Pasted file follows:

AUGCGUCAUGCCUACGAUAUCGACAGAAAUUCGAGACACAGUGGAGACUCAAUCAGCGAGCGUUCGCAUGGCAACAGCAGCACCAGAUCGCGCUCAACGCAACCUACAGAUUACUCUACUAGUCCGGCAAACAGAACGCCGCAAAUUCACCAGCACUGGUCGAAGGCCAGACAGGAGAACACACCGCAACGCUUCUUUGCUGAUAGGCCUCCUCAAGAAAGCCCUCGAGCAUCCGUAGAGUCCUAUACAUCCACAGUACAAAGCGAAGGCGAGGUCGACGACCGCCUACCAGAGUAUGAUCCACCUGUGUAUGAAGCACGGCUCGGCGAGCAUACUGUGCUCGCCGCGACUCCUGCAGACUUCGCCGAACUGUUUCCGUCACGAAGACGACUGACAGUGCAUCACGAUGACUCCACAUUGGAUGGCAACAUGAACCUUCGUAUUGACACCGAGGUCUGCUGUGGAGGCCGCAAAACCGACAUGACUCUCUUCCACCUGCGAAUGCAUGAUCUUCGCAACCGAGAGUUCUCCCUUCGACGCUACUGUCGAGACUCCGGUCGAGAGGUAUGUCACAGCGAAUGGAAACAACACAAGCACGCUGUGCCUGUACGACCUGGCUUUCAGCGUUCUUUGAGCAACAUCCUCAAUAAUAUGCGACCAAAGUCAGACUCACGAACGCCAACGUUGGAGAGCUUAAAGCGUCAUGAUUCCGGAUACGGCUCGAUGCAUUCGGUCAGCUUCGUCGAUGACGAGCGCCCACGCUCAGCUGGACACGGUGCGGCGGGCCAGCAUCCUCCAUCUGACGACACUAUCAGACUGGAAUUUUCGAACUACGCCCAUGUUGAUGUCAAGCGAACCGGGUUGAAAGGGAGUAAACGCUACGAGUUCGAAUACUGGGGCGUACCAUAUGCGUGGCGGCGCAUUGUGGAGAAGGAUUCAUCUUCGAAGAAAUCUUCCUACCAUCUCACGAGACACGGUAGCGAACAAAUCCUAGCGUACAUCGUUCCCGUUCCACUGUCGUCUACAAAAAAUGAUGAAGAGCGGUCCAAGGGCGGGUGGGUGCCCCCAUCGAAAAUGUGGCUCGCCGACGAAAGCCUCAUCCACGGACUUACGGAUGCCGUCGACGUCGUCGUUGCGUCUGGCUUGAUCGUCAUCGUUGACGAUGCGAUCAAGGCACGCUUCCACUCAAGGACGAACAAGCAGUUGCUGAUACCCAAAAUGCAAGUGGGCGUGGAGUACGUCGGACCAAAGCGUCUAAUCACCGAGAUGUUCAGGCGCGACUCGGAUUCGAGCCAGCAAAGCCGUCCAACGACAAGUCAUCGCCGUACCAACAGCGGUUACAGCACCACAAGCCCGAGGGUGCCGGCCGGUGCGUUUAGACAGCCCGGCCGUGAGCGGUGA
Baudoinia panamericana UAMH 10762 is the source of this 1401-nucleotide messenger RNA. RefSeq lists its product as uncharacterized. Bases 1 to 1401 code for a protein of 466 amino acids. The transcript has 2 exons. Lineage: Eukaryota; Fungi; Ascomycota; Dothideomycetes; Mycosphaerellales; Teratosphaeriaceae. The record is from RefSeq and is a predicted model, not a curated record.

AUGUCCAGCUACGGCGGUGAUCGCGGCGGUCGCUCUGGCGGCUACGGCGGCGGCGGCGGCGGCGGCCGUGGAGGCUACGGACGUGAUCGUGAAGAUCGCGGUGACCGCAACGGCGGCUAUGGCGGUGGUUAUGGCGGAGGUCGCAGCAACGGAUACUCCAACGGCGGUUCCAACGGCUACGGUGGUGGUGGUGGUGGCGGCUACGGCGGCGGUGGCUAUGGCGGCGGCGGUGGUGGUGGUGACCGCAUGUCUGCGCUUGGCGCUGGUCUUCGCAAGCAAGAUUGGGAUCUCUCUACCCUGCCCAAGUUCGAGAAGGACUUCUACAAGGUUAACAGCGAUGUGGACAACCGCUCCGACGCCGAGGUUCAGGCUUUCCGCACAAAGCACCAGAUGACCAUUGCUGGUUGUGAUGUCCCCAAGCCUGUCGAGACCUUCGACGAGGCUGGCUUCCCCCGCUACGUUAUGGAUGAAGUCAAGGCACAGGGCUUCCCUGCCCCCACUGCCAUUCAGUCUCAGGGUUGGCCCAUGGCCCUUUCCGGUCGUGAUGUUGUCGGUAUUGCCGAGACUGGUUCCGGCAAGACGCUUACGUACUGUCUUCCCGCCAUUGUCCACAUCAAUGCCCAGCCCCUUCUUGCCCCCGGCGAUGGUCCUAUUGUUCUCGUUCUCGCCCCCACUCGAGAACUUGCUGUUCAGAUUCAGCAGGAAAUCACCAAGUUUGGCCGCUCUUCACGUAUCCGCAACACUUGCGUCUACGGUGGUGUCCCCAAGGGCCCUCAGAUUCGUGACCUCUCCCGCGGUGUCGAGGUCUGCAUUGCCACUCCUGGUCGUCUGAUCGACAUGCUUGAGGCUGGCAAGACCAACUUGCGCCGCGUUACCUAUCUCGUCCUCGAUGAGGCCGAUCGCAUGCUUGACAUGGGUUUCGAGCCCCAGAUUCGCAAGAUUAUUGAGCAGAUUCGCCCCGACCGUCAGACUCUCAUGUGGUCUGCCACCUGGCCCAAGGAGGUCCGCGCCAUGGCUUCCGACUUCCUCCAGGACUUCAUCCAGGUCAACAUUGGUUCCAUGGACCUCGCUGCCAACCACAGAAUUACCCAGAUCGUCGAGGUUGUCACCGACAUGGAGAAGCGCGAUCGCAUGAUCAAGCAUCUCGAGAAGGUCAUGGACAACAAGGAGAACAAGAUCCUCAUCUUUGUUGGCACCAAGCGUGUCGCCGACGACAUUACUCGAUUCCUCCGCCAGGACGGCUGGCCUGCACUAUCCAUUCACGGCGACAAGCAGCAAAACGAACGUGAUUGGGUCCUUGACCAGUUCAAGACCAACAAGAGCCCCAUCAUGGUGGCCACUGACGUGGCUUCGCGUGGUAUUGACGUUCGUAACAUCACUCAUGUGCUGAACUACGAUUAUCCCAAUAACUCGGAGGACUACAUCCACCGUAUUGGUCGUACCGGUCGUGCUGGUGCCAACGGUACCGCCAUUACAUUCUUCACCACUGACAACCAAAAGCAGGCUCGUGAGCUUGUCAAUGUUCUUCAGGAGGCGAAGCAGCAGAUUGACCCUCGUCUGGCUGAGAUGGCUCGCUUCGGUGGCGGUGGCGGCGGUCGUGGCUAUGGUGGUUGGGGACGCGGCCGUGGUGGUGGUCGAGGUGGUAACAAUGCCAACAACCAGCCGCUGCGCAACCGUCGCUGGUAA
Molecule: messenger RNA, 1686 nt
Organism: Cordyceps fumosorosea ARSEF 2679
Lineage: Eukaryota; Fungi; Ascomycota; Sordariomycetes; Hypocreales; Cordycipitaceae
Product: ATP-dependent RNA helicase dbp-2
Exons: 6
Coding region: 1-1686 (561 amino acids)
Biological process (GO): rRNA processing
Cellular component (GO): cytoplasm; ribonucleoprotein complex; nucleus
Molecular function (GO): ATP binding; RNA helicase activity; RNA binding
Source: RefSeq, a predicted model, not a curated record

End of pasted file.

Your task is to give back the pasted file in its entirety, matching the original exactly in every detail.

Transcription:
AUGCGUCAUGCCUACGAUAUCGACAGAAAUUCGAGACACAGUGGAGACUCAAUCAGCGAGCGUUCGCAUGGCAACAGCAGCACCAGAUCGCGCUCAACGCAACCUACAGAUUACUCUACUAGUCCGGCAAACAGAACGCCGCAAAUUCACCAGCACUGGUCGAAGGCCAGACAGGAGAACACACCGCAACGCUUCUUUGCUGAUAGGCCUCCUCAAGAAAGCCCUCGAGCAUCCGUAGAGUCCUAUACAUCCACAGUACAAAGCGAAGGCGAGGUCGACGACCGCCUACCAGAGUAUGAUCCACCUGUGUAUGAAGCACGGCUCGGCGAGCAUACUGUGCUCGCCGCGACUCCUGCAGACUUCGCCGAACUGUUUCCGUCACGAAGACGACUGACAGUGCAUCACGAUGACUCCACAUUGGAUGGCAACAUGAACCUUCGUAUUGACACCGAGGUCUGCUGUGGAGGCCGCAAAACCGACAUGACUCUCUUCCACCUGCGAAUGCAUGAUCUUCGCAACCGAGAGUUCUCCCUUCGACGCUACUGUCGAGACUCCGGUCGAGAGGUAUGUCACAGCGAAUGGAAACAACACAAGCACGCUGUGCCUGUACGACCUGGCUUUCAGCGUUCUUUGAGCAACAUCCUCAAUAAUAUGCGACCAAAGUCAGACUCACGAACGCCAACGUUGGAGAGCUUAAAGCGUCAUGAUUCCGGAUACGGCUCGAUGCAUUCGGUCAGCUUCGUCGAUGACGAGCGCCCACGCUCAGCUGGACACGGUGCGGCGGGCCAGCAUCCUCCAUCUGACGACACUAUCAGACUGGAAUUUUCGAACUACGCCCAUGUUGAUGUCAAGCGAACCGGGUUGAAAGGGAGUAAACGCUACGAGUUCGAAUACUGGGGCGUACCAUAUGCGUGGCGGCGCAUUGUGGAGAAGGAUUCAUCUUCGAAGAAAUCUUCCUACCAUCUCACGAGACACGGUAGCGAACAAAUCCUAGCGUACAUCGUUCCCGUUCCACUGUCGUCUACAAAAAAUGAUGAAGAGCGGUCCAAGGGCGGGUGGGUGCCCCCAUCGAAAAUGUGGCUCGCCGACGAAAGCCUCAUCCACGGACUUACGGAUGCCGUCGACGUCGUCGUUGCGUCUGGCUUGAUCGUCAUCGUUGACGAUGCGAUCAAGGCACGCUUCCACUCAAGGACGAACAAGCAGUUGCUGAUACCCAAAAUGCAAGUGGGCGUGGAGUACGUCGGACCAAAGCGUCUAAUCACCGAGAUGUUCAGGCGCGACUCGGAUUCGAGCCAGCAAAGCCGUCCAACGACAAGUCAUCGCCGUACCAACAGCGGUUACAGCACCACAAGCCCGAGGGUGCCGGCCGGUGCGUUUAGACAGCCCGGCCGUGAGCGGUGA
Baudoinia panamericana UAMH 10762 is the source of this 1401-nucleotide messenger RNA. RefSeq lists its product as uncharacterized. Bases 1 to 1401 code for a protein of 466 amino acids. The transcript has 2 exons. Lineage: Eukaryota; Fungi; Ascomycota; Dothideomycetes; Mycosphaerellales; Teratosphaeriaceae. The record is from RefSeq and is a predicted model, not a curated record.

AUGUCCAGCUACGGCGGUGAUCGCGGCGGUCGCUCUGGCGGCUACGGCGGCGGCGGCGGCGGCGGCCGUGGAGGCUACGGACGUGAUCGUGAAGAUCGCGGUGACCGCAACGGCGGCUAUGGCGGUGGUUAUGGCGGAGGUCGCAGCAACGGAUACUCCAACGGCGGUUCCAACGGCUACGGUGGUGGUGGUGGUGGCGGCUACGGCGGCGGUGGCUAUGGCGGCGGCGGUGGUGGUGGUGACCGCAUGUCUGCGCUUGGCGCUGGUCUUCGCAAGCAAGAUUGGGAUCUCUCUACCCUGCCCAAGUUCGAGAAGGACUUCUACAAGGUUAACAGCGAUGUGGACAACCGCUCCGACGCCGAGGUUCAGGCUUUCCGCACAAAGCACCAGAUGACCAUUGCUGGUUGUGAUGUCCCCAAGCCUGUCGAGACCUUCGACGAGGCUGGCUUCCCCCGCUACGUUAUGGAUGAAGUCAAGGCACAGGGCUUCCCUGCCCCCACUGCCAUUCAGUCUCAGGGUUGGCCCAUGGCCCUUUCCGGUCGUGAUGUUGUCGGUAUUGCCGAGACUGGUUCCGGCAAGACGCUUACGUACUGUCUUCCCGCCAUUGUCCACAUCAAUGCCCAGCCCCUUCUUGCCCCCGGCGAUGGUCCUAUUGUUCUCGUUCUCGCCCCCACUCGAGAACUUGCUGUUCAGAUUCAGCAGGAAAUCACCAAGUUUGGCCGCUCUUCACGUAUCCGCAACACUUGCGUCUACGGUGGUGUCCCCAAGGGCCCUCAGAUUCGUGACCUCUCCCGCGGUGUCGAGGUCUGCAUUGCCACUCCUGGUCGUCUGAUCGACAUGCUUGAGGCUGGCAAGACCAACUUGCGCCGCGUUACCUAUCUCGUCCUCGAUGAGGCCGAUCGCAUGCUUGACAUGGGUUUCGAGCCCCAGAUUCGCAAGAUUAUUGAGCAGAUUCGCCCCGACCGUCAGACUCUCAUGUGGUCUGCCACCUGGCCCAAGGAGGUCCGCGCCAUGGCUUCCGACUUCCUCCAGGACUUCAUCCAGGUCAACAUUGGUUCCAUGGACCUCGCUGCCAACCACAGAAUUACCCAGAUCGUCGAGGUUGUCACCGACAUGGAGAAGCGCGAUCGCAUGAUCAAGCAUCUCGAGAAGGUCAUGGACAACAAGGAGAACAAGAUCCUCAUCUUUGUUGGCACCAAGCGUGUCGCCGACGACAUUACUCGAUUCCUCCGCCAGGACGGCUGGCCUGCACUAUCCAUUCACGGCGACAAGCAGCAAAACGAACGUGAUUGGGUCCUUGACCAGUUCAAGACCAACAAGAGCCCCAUCAUGGUGGCCACUGACGUGGCUUCGCGUGGUAUUGACGUUCGUAACAUCACUCAUGUGCUGAACUACGAUUAUCCCAAUAACUCGGAGGACUACAUCCACCGUAUUGGUCGUACCGGUCGUGCUGGUGCCAACGGUACCGCCAUUACAUUCUUCACCACUGACAACCAAAAGCAGGCUCGUGAGCUUGUCAAUGUUCUUCAGGAGGCGAAGCAGCAGAUUGACCCUCGUCUGGCUGAGAUGGCUCGCUUCGGUGGCGGUGGCGGCGGUCGUGGCUAUGGUGGUUGGGGACGCGGCCGUGGUGGUGGUCGAGGUGGUAACAAUGCCAACAACCAGCCGCUGCGCAACCGUCGCUGGUAA
Molecule: messenger RNA, 1686 nt
Organism: Cordyceps fumosorosea ARSEF 2679
Lineage: Eukaryota; Fungi; Ascomycota; Sordariomycetes; Hypocreales; Cordycipitaceae
Product: ATP-dependent RNA helicase dbp-2
Exons: 6
Coding region: 1-1686 (561 amino acids)
Biological process (GO): rRNA processing
Cellular component (GO): cytoplasm; ribonucleoprotein complex; nucleus
Molecular function (GO): ATP binding; RNA helicase activity; RNA binding
Source: RefSeq, a predicted model, not a curated record